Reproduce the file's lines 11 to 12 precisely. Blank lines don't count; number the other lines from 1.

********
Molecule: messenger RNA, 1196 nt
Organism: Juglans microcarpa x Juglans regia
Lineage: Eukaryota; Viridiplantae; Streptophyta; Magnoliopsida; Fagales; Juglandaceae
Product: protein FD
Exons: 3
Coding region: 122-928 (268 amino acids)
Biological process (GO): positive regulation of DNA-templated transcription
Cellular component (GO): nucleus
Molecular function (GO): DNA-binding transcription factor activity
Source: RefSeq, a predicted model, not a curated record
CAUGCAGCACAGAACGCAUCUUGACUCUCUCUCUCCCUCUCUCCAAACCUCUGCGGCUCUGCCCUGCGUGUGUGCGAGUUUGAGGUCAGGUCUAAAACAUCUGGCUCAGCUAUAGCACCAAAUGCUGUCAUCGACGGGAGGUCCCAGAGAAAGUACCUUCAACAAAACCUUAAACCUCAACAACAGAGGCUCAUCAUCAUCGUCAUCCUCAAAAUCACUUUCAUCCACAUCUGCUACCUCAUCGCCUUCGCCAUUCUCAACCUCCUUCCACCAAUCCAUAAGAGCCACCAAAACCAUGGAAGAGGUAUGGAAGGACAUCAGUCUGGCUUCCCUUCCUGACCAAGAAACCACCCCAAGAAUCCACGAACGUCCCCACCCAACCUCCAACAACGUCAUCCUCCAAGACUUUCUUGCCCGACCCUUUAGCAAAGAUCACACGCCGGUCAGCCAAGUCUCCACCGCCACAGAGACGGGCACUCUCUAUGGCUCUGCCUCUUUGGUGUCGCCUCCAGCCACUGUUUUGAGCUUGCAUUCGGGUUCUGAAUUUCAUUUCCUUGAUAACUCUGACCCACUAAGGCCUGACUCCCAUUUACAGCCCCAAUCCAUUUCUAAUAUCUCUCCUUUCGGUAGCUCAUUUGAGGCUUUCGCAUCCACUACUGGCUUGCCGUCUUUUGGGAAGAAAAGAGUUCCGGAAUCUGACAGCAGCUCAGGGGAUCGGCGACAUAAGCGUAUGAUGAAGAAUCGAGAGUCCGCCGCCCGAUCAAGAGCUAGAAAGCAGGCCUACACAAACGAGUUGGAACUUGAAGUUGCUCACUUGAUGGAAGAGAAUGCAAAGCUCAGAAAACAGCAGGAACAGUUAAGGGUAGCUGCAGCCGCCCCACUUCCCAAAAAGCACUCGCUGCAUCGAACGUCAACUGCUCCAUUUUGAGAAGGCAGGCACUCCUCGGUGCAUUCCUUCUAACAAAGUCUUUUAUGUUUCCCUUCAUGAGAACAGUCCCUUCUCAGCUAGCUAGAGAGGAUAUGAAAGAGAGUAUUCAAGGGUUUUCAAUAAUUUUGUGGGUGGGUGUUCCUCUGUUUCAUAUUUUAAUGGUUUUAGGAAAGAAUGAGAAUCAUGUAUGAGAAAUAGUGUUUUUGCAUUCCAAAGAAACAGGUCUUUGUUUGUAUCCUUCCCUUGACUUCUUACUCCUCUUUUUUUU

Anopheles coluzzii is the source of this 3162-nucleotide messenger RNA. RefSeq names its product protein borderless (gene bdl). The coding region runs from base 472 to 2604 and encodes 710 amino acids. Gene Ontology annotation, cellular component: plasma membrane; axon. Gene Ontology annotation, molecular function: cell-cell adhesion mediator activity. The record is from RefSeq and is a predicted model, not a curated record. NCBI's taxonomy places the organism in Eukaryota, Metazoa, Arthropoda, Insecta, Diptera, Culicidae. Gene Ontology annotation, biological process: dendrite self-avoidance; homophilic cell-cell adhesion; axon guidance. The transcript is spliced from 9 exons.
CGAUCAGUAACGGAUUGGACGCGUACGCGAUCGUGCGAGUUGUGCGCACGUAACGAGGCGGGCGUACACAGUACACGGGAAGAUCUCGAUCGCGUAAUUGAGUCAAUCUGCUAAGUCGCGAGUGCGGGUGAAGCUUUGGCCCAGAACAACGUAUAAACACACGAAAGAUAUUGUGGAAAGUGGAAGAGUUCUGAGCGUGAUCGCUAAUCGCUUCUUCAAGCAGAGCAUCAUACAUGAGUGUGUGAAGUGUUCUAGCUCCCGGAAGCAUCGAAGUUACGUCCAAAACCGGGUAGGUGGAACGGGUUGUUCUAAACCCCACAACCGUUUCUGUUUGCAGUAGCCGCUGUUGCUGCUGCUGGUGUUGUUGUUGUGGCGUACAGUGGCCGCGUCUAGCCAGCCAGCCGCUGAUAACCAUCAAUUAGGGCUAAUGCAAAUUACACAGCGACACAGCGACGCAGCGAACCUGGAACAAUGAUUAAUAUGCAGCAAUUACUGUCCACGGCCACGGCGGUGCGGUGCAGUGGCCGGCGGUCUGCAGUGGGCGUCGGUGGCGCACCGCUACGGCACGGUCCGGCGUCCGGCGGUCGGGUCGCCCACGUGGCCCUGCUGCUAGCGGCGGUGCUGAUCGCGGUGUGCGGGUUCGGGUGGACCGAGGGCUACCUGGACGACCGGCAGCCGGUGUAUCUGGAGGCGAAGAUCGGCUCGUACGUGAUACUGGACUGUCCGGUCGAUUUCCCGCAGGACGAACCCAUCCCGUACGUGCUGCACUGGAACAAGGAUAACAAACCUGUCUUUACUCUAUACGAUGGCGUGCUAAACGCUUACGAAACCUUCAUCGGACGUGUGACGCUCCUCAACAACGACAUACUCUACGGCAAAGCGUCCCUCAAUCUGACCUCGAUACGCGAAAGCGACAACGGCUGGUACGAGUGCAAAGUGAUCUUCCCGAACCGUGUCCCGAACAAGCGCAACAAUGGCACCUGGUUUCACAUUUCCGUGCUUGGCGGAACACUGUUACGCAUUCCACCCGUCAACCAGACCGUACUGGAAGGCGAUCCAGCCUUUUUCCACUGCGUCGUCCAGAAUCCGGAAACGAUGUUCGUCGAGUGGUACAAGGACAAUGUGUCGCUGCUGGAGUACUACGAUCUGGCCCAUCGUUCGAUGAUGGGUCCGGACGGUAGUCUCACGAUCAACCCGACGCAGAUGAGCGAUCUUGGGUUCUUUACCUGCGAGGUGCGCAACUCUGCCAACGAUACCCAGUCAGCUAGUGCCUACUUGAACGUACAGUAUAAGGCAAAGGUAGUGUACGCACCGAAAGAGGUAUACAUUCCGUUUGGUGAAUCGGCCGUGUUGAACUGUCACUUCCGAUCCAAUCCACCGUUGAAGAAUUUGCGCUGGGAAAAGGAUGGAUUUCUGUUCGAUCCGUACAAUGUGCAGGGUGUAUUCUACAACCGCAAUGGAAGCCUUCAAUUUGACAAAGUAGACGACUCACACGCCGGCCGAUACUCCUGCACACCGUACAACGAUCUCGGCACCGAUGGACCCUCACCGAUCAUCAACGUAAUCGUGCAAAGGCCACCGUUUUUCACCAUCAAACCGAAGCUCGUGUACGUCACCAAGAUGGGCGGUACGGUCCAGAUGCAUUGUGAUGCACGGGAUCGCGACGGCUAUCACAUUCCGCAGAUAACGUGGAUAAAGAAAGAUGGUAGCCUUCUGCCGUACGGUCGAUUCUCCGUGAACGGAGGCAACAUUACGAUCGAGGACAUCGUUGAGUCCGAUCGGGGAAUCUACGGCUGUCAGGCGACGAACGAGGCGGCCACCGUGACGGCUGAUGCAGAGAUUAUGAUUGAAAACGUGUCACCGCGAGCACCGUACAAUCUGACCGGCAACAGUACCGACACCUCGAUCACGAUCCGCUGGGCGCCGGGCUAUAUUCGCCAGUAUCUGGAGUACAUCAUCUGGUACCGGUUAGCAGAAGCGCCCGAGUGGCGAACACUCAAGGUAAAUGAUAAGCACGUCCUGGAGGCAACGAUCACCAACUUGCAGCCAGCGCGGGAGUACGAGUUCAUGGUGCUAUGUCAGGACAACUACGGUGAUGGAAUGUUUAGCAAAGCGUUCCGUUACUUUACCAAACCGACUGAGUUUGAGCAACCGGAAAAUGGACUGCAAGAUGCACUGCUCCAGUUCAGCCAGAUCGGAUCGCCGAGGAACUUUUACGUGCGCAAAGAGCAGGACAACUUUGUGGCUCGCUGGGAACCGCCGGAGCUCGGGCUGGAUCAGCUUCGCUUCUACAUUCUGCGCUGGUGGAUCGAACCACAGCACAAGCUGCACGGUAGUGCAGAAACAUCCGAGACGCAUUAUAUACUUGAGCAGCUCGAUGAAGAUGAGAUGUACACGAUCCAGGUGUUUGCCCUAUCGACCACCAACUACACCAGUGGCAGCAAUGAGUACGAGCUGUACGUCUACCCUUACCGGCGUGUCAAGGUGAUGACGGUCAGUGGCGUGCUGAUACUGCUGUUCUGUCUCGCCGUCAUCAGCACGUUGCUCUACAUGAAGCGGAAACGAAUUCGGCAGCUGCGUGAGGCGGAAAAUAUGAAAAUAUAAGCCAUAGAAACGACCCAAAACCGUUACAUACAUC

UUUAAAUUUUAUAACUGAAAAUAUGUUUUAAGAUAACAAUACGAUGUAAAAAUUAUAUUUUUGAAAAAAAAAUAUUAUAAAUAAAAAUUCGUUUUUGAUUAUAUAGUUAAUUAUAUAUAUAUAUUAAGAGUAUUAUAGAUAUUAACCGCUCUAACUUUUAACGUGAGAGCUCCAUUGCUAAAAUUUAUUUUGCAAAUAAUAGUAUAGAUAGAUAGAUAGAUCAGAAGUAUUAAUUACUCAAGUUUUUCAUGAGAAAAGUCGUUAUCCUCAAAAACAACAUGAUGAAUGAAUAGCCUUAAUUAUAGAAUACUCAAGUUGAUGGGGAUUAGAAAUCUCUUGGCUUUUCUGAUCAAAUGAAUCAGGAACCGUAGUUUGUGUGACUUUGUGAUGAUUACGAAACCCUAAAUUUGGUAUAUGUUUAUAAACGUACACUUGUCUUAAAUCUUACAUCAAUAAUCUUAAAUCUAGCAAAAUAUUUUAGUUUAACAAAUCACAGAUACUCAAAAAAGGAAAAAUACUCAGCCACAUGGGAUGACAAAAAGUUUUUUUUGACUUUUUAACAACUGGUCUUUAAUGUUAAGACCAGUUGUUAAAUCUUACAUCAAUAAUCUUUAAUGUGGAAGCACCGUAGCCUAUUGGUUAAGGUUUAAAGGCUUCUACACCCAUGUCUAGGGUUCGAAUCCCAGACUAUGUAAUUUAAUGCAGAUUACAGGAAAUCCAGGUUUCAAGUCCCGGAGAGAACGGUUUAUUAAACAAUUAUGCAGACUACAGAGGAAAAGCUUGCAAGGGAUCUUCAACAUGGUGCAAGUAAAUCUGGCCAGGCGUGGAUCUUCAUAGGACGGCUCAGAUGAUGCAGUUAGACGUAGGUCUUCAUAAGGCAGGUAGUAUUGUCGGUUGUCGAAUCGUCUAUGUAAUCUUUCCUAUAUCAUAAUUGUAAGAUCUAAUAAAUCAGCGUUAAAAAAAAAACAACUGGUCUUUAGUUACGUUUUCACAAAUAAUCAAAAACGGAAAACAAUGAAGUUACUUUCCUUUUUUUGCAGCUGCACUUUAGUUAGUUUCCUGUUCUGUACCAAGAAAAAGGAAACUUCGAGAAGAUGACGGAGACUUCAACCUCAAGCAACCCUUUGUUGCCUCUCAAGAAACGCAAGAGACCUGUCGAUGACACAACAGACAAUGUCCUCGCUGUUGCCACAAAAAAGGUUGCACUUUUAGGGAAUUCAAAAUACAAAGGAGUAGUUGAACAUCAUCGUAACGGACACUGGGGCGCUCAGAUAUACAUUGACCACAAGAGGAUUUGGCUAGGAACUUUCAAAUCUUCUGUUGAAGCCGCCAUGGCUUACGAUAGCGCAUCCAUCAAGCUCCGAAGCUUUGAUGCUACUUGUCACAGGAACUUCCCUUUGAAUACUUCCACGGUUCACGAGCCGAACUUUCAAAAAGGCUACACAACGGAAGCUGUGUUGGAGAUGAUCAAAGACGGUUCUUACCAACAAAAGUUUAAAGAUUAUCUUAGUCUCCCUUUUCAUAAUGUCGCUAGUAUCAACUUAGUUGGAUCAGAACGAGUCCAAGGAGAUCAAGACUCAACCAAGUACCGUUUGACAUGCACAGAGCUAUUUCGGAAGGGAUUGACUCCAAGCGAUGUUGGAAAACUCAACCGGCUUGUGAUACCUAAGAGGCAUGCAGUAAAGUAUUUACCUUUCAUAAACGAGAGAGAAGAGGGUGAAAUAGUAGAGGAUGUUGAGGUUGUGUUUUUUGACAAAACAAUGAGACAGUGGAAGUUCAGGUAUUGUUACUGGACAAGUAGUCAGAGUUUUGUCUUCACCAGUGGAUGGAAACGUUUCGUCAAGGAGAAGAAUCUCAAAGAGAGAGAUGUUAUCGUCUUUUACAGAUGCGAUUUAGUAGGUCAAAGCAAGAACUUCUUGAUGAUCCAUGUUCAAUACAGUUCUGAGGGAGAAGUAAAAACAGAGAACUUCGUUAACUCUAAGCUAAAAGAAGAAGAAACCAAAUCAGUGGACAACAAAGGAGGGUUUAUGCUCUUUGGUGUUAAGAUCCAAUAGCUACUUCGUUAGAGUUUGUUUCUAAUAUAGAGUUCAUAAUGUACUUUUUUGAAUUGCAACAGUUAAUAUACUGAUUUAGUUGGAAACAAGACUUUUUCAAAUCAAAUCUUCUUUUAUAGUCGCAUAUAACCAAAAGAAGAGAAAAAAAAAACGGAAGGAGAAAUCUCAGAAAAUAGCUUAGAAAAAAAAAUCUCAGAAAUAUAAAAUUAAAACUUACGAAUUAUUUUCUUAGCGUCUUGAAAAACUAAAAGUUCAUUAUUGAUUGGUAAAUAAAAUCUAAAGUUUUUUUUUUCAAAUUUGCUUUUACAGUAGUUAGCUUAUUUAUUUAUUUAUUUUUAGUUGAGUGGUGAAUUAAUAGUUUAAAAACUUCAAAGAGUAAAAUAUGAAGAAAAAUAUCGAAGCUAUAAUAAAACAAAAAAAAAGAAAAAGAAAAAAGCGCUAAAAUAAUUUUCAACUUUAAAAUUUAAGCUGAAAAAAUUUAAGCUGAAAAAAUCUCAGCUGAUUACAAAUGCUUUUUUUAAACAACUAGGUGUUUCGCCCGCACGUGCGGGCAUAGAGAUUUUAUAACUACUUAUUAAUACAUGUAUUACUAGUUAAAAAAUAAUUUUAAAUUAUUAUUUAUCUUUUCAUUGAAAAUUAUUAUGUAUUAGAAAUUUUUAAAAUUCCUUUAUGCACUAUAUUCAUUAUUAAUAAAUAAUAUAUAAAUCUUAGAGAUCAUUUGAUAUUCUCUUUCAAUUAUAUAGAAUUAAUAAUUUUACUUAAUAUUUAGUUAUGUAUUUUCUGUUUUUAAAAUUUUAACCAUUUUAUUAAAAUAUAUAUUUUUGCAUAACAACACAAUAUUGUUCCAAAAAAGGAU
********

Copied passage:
CAUGCAGCACAGAACGCAUCUUGACUCUCUCUCUCCCUCUCUCCAAACCUCUGCGGCUCUGCCCUGCGUGUGUGCGAGUUUGAGGUCAGGUCUAAAACAUCUGGCUCAGCUAUAGCACCAAAUGCUGUCAUCGACGGGAGGUCCCAGAGAAAGUACCUUCAACAAAACCUUAAACCUCAACAACAGAGGCUCAUCAUCAUCGUCAUCCUCAAAAUCACUUUCAUCCACAUCUGCUACCUCAUCGCCUUCGCCAUUCUCAACCUCCUUCCACCAAUCCAUAAGAGCCACCAAAACCAUGGAAGAGGUAUGGAAGGACAUCAGUCUGGCUUCCCUUCCUGACCAAGAAACCACCCCAAGAAUCCACGAACGUCCCCACCCAACCUCCAACAACGUCAUCCUCCAAGACUUUCUUGCCCGACCCUUUAGCAAAGAUCACACGCCGGUCAGCCAAGUCUCCACCGCCACAGAGACGGGCACUCUCUAUGGCUCUGCCUCUUUGGUGUCGCCUCCAGCCACUGUUUUGAGCUUGCAUUCGGGUUCUGAAUUUCAUUUCCUUGAUAACUCUGACCCACUAAGGCCUGACUCCCAUUUACAGCCCCAAUCCAUUUCUAAUAUCUCUCCUUUCGGUAGCUCAUUUGAGGCUUUCGCAUCCACUACUGGCUUGCCGUCUUUUGGGAAGAAAAGAGUUCCGGAAUCUGACAGCAGCUCAGGGGAUCGGCGACAUAAGCGUAUGAUGAAGAAUCGAGAGUCCGCCGCCCGAUCAAGAGCUAGAAAGCAGGCCUACACAAACGAGUUGGAACUUGAAGUUGCUCACUUGAUGGAAGAGAAUGCAAAGCUCAGAAAACAGCAGGAACAGUUAAGGGUAGCUGCAGCCGCCCCACUUCCCAAAAAGCACUCGCUGCAUCGAACGUCAACUGCUCCAUUUUGAGAAGGCAGGCACUCCUCGGUGCAUUCCUUCUAACAAAGUCUUUUAUGUUUCCCUUCAUGAGAACAGUCCCUUCUCAGCUAGCUAGAGAGGAUAUGAAAGAGAGUAUUCAAGGGUUUUCAAUAAUUUUGUGGGUGGGUGUUCCUCUGUUUCAUAUUUUAAUGGUUUUAGGAAAGAAUGAGAAUCAUGUAUGAGAAAUAGUGUUUUUGCAUUCCAAAGAAACAGGUCUUUGUUUGUAUCCUUCCCUUGACUUCUUACUCCUCUUUUUUUU

Anopheles coluzzii is the source of this 3162-nucleotide messenger RNA. RefSeq names its product protein borderless (gene bdl). The coding region runs from base 472 to 2604 and encodes 710 amino acids. Gene Ontology annotation, cellular component: plasma membrane; axon. Gene Ontology annotation, molecular function: cell-cell adhesion mediator activity. The record is from RefSeq and is a predicted model, not a curated record. NCBI's taxonomy places the organism in Eukaryota, Metazoa, Arthropoda, Insecta, Diptera, Culicidae. Gene Ontology annotation, biological process: dendrite self-avoidance; homophilic cell-cell adhesion; axon guidance. The transcript is spliced from 9 exons.